Solution to a 20th Century Mystery

Feynman's conjecture of a relation between α, the fine structure constant, and π

James G. Gilson,

Feynman's Conjecture

A general connection of the quantum coupling constants with π was anticipated by R. P. Feynman in a remarkable intuitional leap some 40 years ago as can be seen from the following much quoted extract from one of Feynman's books.

There is a most profound and beautiful question associated with the observed coupling constant e the amplitude for a real electron to emit or absorb a real photon. It is a simple number that has been experimentally determined to be close to -0.08542455. (My physicist friends won't recognize this number, because they like to remember it as the inverse of its square: about 137.03597 with about an uncertainty of about 2 in the last decimal place. It has been a mystery ever since it was discovered more than fifty years ago, and all good theoretical physicists put this number up on their wall and worry about it.) Immediately you would like to know where this number for a coupling comes from: is it related to π or perhaps to the base of natural logarithms? Nobody knows. It's one of the greatest damn mysteries of physics: a magic number that comes to us with no understanding by man. You might say the "hand of God" wrote that number, and "we don't know how He pushed his pencil." We know what kind of a dance to do experimentally to measure this number very accurately, but we don't know what kind of dance to do on the computer to make this number come out, without putting it in secretly!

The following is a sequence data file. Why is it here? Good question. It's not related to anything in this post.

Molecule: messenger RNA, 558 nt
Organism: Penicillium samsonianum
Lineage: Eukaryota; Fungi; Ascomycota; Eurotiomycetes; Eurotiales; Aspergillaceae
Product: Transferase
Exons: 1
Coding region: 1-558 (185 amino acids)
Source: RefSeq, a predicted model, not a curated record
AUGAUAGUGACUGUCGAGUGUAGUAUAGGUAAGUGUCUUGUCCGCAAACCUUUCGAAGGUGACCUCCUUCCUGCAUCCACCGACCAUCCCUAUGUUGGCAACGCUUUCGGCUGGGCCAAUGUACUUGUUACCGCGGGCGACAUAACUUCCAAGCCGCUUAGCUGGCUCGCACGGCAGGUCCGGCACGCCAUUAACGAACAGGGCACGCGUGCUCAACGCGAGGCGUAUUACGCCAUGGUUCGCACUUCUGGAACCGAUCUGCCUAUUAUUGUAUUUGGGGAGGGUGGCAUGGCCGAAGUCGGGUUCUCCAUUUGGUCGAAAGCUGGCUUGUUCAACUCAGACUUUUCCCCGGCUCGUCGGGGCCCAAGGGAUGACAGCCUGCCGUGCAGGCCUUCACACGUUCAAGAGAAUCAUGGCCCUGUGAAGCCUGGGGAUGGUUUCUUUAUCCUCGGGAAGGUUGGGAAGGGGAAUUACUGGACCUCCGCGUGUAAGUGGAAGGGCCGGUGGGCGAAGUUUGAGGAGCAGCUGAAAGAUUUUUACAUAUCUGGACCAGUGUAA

The Solution

It will here be shown that this problem has a remarkably simple solution confirming Feynman's conjecture. Let P(n) be the perimeter length of an n sided polygon and r(n) be the distance from its centre to the centre of a side. In analogy with the definition of π = C/2r we can define an integer dependent generalization, π(n), of π as

π(n) = P(n)/(2r(n)) = n tan(π/n).

Let us define a set of constants {α(n1, n2)} dependent on the integers n1 n2 as

α(n1, n2) = α(n1, ∞) π(n1× n2)/π, ...........................†


α(n1,∞) = cos(π/n1)/n1.

The numerical value of α, the fine structure constant, is given by the special case n1 = 137, n2 = 29.


α = α(137,29) = 0.0072973525318...

The experimental value for α is

αexp = 0.007297352533(27),

the (27) is ± the experimental uncertainty in the last two digits.

The very simple relation † between α, the fine structure constant, π and π(n) confirms Feynman's conjecture and also his amazing intuitional skills.


For details of how the formula † was obtained and some of the consequences arising from it visit the website:-

Reply to Oneiromancer: There have been dissenters from every theoeretical physics construction ever published. However, in a public forum, cogent arguments are more to be desired than a case resting on I don't consider............

You suggest that if the electromagnetic force is geometrical then, the other forces should have the same value. This is equivalent to saying that all polygons should have the same size and the same number of sides. In fact, if you look at equation † again, you will see that it expresses a proportionality between values of α like representations and π like representations. This means that geometry alone may not be all that is involved. However, it seems to me, not to matter if only geometry is involved. After all, what is general relativity if not just geometry? The integers 137 and 29 are quantum numbers specific values of the pair (n1, n2). Other specific values of this pair of quantum numbers correspond to other values of the fine structure constant at different transfer energies or to other coupling constants. α(29, 137) for example, gives the value of the electroweak coupling constant. Visit my website to find out more about the details of the theory.